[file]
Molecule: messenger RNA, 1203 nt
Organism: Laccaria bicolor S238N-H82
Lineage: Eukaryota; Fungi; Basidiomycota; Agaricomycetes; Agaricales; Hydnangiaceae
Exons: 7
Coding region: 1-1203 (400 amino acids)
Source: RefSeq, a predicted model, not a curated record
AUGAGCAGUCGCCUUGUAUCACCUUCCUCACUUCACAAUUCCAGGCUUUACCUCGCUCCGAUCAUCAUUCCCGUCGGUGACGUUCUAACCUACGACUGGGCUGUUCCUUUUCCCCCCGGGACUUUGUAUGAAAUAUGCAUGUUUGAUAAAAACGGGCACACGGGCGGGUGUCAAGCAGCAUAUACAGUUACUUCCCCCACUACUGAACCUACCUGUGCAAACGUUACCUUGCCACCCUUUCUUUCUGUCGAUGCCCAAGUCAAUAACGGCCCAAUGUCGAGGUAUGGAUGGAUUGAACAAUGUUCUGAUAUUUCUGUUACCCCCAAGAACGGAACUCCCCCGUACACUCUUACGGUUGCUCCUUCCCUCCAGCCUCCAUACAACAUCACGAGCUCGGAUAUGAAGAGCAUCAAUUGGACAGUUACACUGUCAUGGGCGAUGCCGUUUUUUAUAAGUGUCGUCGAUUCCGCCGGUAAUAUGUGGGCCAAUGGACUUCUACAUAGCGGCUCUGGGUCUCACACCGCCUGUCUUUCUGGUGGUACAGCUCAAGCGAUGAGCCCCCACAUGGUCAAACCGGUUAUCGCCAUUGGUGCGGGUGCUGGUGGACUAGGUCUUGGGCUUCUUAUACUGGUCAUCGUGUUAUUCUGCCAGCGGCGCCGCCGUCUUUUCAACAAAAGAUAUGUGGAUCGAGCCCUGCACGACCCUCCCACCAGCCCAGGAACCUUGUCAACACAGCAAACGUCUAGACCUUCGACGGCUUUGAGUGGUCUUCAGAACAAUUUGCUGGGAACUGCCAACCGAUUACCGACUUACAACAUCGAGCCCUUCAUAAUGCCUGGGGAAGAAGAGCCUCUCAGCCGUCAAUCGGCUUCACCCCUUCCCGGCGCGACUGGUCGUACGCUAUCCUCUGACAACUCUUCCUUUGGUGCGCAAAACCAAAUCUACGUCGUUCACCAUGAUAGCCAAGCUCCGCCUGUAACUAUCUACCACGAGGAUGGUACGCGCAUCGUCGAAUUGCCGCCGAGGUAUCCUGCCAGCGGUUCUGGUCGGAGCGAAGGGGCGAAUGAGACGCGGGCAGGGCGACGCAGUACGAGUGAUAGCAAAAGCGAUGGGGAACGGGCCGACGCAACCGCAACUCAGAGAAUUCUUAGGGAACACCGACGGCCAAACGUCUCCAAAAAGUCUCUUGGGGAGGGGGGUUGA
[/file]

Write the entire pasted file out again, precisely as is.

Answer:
Molecule: messenger RNA, 1203 nt
Organism: Laccaria bicolor S238N-H82
Lineage: Eukaryota; Fungi; Basidiomycota; Agaricomycetes; Agaricales; Hydnangiaceae
Exons: 7
Coding region: 1-1203 (400 amino acids)
Source: RefSeq, a predicted model, not a curated record
AUGAGCAGUCGCCUUGUAUCACCUUCCUCACUUCACAAUUCCAGGCUUUACCUCGCUCCGAUCAUCAUUCCCGUCGGUGACGUUCUAACCUACGACUGGGCUGUUCCUUUUCCCCCCGGGACUUUGUAUGAAAUAUGCAUGUUUGAUAAAAACGGGCACACGGGCGGGUGUCAAGCAGCAUAUACAGUUACUUCCCCCACUACUGAACCUACCUGUGCAAACGUUACCUUGCCACCCUUUCUUUCUGUCGAUGCCCAAGUCAAUAACGGCCCAAUGUCGAGGUAUGGAUGGAUUGAACAAUGUUCUGAUAUUUCUGUUACCCCCAAGAACGGAACUCCCCCGUACACUCUUACGGUUGCUCCUUCCCUCCAGCCUCCAUACAACAUCACGAGCUCGGAUAUGAAGAGCAUCAAUUGGACAGUUACACUGUCAUGGGCGAUGCCGUUUUUUAUAAGUGUCGUCGAUUCCGCCGGUAAUAUGUGGGCCAAUGGACUUCUACAUAGCGGCUCUGGGUCUCACACCGCCUGUCUUUCUGGUGGUACAGCUCAAGCGAUGAGCCCCCACAUGGUCAAACCGGUUAUCGCCAUUGGUGCGGGUGCUGGUGGACUAGGUCUUGGGCUUCUUAUACUGGUCAUCGUGUUAUUCUGCCAGCGGCGCCGCCGUCUUUUCAACAAAAGAUAUGUGGAUCGAGCCCUGCACGACCCUCCCACCAGCCCAGGAACCUUGUCAACACAGCAAACGUCUAGACCUUCGACGGCUUUGAGUGGUCUUCAGAACAAUUUGCUGGGAACUGCCAACCGAUUACCGACUUACAACAUCGAGCCCUUCAUAAUGCCUGGGGAAGAAGAGCCUCUCAGCCGUCAAUCGGCUUCACCCCUUCCCGGCGCGACUGGUCGUACGCUAUCCUCUGACAACUCUUCCUUUGGUGCGCAAAACCAAAUCUACGUCGUUCACCAUGAUAGCCAAGCUCCGCCUGUAACUAUCUACCACGAGGAUGGUACGCGCAUCGUCGAAUUGCCGCCGAGGUAUCCUGCCAGCGGUUCUGGUCGGAGCGAAGGGGCGAAUGAGACGCGGGCAGGGCGACGCAGUACGAGUGAUAGCAAAAGCGAUGGGGAACGGGCCGACGCAACCGCAACUCAGAGAAUUCUUAGGGAACACCGACGGCCAAACGUCUCCAAAAAGUCUCUUGGGGAGGGGGGUUGA